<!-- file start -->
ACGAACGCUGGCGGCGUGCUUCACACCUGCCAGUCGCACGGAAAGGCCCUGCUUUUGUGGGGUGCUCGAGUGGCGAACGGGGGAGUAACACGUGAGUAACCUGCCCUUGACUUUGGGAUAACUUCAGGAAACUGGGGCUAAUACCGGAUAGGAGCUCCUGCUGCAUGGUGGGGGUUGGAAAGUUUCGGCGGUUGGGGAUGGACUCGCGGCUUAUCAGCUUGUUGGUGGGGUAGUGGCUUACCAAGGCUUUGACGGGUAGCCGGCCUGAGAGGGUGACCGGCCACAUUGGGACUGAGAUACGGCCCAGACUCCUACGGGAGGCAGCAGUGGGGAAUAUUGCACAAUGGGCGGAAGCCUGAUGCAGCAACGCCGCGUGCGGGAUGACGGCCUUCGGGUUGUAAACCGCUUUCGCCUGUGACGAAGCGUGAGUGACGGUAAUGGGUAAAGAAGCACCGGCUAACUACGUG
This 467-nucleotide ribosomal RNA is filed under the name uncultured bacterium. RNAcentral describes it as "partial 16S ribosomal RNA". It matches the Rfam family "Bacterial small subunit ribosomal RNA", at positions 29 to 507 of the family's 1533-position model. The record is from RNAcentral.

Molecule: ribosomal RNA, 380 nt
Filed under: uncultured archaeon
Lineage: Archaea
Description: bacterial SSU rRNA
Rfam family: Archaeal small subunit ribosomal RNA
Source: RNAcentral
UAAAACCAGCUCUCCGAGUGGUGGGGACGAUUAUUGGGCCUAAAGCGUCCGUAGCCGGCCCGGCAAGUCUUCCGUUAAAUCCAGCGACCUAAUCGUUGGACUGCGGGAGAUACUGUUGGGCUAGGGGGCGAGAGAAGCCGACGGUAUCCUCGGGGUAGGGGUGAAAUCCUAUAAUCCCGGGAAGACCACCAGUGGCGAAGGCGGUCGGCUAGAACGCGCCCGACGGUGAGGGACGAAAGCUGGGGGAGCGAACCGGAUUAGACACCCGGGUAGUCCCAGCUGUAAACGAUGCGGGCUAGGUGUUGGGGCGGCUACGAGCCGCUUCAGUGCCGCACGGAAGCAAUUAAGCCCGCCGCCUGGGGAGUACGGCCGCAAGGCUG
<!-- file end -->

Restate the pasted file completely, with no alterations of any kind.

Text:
ACGAACGCUGGCGGCGUGCUUCACACCUGCCAGUCGCACGGAAAGGCCCUGCUUUUGUGGGGUGCUCGAGUGGCGAACGGGGGAGUAACACGUGAGUAACCUGCCCUUGACUUUGGGAUAACUUCAGGAAACUGGGGCUAAUACCGGAUAGGAGCUCCUGCUGCAUGGUGGGGGUUGGAAAGUUUCGGCGGUUGGGGAUGGACUCGCGGCUUAUCAGCUUGUUGGUGGGGUAGUGGCUUACCAAGGCUUUGACGGGUAGCCGGCCUGAGAGGGUGACCGGCCACAUUGGGACUGAGAUACGGCCCAGACUCCUACGGGAGGCAGCAGUGGGGAAUAUUGCACAAUGGGCGGAAGCCUGAUGCAGCAACGCCGCGUGCGGGAUGACGGCCUUCGGGUUGUAAACCGCUUUCGCCUGUGACGAAGCGUGAGUGACGGUAAUGGGUAAAGAAGCACCGGCUAACUACGUG
This 467-nucleotide ribosomal RNA is filed under the name uncultured bacterium. RNAcentral describes it as "partial 16S ribosomal RNA". It matches the Rfam family "Bacterial small subunit ribosomal RNA", at positions 29 to 507 of the family's 1533-position model. The record is from RNAcentral.

Molecule: ribosomal RNA, 380 nt
Filed under: uncultured archaeon
Lineage: Archaea
Description: bacterial SSU rRNA
Rfam family: Archaeal small subunit ribosomal RNA
Source: RNAcentral
UAAAACCAGCUCUCCGAGUGGUGGGGACGAUUAUUGGGCCUAAAGCGUCCGUAGCCGGCCCGGCAAGUCUUCCGUUAAAUCCAGCGACCUAAUCGUUGGACUGCGGGAGAUACUGUUGGGCUAGGGGGCGAGAGAAGCCGACGGUAUCCUCGGGGUAGGGGUGAAAUCCUAUAAUCCCGGGAAGACCACCAGUGGCGAAGGCGGUCGGCUAGAACGCGCCCGACGGUGAGGGACGAAAGCUGGGGGAGCGAACCGGAUUAGACACCCGGGUAGUCCCAGCUGUAAACGAUGCGGGCUAGGUGUUGGGGCGGCUACGAGCCGCUUCAGUGCCGCACGGAAGCAAUUAAGCCCGCCGCCUGGGGAGUACGGCCGCAAGGCUG